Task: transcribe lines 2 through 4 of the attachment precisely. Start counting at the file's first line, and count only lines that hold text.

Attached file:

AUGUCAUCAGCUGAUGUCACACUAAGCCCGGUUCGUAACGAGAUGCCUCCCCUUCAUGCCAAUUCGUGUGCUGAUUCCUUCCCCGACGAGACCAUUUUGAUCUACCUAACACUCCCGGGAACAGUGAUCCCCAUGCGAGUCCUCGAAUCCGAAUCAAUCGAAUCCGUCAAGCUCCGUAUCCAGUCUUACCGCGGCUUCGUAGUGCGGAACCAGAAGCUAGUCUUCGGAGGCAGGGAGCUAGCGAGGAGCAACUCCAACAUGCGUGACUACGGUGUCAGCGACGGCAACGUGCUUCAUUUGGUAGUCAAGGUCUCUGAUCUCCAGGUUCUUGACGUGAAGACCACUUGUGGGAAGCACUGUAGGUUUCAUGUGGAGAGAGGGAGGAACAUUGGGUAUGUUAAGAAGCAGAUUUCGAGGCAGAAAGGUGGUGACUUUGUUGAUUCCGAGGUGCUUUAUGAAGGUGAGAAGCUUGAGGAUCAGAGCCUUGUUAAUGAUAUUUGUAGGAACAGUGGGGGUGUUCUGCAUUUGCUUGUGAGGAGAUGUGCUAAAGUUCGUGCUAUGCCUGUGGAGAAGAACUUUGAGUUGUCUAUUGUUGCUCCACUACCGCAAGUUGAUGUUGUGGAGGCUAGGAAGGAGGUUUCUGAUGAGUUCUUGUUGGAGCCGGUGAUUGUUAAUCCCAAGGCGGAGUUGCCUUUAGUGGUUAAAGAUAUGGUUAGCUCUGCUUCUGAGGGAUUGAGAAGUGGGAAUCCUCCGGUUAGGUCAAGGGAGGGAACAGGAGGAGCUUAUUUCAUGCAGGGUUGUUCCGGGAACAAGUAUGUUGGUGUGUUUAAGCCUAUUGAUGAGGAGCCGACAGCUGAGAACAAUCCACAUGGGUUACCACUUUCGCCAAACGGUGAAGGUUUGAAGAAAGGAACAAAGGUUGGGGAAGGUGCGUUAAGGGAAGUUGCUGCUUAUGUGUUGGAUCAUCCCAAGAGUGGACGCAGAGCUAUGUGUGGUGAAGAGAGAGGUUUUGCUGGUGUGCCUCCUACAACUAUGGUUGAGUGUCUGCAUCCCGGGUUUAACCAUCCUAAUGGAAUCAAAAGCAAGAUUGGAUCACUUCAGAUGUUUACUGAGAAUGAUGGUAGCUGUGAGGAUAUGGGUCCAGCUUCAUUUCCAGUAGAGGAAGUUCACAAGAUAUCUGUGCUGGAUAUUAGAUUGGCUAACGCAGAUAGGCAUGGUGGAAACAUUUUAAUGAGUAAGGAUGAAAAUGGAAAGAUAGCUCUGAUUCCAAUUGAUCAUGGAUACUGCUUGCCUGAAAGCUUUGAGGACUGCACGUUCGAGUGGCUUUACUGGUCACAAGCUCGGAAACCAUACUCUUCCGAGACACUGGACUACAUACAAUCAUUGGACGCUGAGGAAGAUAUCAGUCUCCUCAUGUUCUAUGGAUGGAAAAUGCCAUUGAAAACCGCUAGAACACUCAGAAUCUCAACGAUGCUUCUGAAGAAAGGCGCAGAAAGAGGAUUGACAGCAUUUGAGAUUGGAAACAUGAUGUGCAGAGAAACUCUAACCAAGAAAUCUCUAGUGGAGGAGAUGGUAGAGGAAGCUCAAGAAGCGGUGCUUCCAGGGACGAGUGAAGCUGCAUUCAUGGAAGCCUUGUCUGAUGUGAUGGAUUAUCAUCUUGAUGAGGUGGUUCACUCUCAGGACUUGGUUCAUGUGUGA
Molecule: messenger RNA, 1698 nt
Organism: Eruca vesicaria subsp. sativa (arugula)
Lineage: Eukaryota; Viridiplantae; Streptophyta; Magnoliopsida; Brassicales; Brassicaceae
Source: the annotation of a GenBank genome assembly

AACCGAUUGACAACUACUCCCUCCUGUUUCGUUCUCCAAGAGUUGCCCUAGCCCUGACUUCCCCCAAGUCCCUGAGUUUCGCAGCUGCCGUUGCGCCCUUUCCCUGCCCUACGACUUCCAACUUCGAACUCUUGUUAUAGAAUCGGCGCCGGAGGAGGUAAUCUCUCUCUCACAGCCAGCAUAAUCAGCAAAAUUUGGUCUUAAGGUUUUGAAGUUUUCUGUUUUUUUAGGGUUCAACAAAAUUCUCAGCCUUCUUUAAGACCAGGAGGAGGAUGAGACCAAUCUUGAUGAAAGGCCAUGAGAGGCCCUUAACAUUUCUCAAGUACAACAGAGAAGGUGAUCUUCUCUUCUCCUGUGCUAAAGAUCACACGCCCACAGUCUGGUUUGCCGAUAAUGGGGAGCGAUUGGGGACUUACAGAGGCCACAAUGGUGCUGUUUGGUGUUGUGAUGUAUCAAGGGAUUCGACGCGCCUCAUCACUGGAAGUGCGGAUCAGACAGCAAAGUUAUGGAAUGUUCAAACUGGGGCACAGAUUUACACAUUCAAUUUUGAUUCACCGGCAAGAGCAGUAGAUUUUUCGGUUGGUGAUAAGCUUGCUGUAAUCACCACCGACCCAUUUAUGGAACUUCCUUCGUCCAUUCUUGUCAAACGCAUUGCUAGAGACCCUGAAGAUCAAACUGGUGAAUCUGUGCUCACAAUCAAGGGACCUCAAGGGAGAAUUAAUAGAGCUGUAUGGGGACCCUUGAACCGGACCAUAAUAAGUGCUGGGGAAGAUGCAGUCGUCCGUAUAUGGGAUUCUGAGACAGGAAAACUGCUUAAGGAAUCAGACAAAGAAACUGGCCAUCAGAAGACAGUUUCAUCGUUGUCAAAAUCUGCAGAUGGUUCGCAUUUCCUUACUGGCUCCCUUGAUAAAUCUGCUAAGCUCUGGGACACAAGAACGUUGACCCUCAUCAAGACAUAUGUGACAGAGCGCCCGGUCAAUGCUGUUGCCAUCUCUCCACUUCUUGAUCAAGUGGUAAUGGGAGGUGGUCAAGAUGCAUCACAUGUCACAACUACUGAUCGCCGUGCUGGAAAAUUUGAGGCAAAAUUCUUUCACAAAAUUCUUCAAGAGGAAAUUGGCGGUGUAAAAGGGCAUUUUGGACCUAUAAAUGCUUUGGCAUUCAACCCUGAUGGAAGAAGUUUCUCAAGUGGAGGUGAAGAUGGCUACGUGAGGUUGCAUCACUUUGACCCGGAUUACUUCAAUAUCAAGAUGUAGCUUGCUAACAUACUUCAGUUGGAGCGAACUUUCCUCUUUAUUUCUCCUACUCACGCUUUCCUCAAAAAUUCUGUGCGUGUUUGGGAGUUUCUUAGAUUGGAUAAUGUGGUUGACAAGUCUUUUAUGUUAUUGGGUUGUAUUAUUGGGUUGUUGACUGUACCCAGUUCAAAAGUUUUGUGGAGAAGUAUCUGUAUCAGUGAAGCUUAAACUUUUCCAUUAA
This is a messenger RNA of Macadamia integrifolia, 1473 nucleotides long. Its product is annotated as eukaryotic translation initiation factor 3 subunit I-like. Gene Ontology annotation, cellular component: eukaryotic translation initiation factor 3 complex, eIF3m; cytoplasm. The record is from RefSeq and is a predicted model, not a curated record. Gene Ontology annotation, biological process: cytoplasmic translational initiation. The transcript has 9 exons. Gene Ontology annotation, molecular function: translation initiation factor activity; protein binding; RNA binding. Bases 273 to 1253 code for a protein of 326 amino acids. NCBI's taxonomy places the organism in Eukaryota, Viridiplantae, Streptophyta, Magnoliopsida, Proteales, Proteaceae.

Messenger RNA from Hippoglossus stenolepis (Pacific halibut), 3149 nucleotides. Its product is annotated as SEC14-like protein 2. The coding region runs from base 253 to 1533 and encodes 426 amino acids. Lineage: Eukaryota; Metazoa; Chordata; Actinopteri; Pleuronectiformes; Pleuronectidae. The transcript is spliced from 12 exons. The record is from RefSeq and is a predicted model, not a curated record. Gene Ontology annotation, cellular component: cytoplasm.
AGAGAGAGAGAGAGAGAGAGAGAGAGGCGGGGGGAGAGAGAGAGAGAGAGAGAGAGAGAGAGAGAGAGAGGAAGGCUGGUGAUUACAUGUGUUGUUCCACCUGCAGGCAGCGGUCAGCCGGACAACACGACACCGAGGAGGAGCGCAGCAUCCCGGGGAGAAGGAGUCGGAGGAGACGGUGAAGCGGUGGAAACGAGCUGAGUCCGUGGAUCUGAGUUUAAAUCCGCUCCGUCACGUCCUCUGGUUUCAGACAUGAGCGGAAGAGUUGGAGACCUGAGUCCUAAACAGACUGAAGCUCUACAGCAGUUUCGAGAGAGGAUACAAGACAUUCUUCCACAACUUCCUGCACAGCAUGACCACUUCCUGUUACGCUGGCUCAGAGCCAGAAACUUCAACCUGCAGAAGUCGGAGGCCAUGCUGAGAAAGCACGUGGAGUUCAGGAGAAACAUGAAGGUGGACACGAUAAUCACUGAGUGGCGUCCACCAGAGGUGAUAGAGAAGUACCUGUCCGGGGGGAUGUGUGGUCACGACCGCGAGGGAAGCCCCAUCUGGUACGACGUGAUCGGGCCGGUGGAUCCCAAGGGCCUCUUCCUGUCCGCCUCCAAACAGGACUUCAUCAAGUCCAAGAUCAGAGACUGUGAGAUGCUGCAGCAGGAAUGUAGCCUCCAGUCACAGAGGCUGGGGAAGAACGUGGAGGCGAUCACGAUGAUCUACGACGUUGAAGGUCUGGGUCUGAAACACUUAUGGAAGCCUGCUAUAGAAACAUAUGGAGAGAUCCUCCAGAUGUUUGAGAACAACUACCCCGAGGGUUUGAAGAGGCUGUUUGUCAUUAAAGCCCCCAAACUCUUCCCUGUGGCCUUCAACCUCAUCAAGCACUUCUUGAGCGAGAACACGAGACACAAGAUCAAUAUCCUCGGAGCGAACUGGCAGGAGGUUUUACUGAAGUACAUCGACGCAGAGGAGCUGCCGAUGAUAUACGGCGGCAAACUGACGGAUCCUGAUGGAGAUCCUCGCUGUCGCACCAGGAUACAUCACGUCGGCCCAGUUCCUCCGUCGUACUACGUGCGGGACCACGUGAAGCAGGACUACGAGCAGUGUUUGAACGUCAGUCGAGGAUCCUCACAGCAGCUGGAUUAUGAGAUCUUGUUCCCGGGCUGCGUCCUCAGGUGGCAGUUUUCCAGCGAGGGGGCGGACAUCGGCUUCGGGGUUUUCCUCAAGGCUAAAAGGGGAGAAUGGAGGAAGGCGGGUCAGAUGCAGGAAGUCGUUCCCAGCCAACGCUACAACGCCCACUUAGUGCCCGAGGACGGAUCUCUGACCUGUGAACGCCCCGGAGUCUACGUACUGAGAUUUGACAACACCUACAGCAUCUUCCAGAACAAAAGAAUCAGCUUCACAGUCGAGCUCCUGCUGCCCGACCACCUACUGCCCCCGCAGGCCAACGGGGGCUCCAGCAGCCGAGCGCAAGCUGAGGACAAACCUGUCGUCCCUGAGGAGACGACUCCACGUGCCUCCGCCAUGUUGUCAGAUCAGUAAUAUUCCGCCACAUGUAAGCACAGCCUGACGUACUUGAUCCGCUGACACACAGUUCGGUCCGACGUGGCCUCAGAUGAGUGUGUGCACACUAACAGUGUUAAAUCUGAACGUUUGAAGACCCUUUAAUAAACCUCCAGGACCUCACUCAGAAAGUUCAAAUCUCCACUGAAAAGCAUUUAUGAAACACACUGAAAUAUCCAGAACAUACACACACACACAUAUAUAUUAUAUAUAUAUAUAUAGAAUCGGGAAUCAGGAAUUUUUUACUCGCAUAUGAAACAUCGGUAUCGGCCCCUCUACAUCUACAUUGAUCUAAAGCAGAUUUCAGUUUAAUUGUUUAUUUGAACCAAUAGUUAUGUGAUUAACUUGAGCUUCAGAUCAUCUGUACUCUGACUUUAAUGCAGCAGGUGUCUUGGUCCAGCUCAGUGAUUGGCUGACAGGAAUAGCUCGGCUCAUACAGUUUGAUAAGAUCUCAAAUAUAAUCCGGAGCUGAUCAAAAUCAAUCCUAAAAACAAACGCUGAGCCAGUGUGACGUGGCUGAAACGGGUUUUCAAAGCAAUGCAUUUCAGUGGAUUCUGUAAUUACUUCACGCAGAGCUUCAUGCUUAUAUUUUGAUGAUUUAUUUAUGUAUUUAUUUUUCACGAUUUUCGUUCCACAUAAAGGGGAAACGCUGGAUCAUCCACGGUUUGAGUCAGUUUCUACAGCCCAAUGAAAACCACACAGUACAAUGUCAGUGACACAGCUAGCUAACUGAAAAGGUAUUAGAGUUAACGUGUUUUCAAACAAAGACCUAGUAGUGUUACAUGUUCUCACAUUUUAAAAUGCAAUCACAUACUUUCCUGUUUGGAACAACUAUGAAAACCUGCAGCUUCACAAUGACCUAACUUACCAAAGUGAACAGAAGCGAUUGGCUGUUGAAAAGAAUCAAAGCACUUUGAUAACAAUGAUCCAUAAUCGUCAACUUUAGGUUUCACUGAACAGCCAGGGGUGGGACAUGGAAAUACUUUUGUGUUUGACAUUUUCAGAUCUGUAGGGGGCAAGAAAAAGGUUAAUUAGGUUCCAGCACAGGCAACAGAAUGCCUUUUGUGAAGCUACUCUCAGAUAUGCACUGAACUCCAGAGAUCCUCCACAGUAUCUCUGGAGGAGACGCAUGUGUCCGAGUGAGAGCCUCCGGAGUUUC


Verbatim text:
Molecule: messenger RNA, 1698 nt
Organism: Eruca vesicaria subsp. sativa (arugula)
Lineage: Eukaryota; Viridiplantae; Streptophyta; Magnoliopsida; Brassicales; Brassicaceae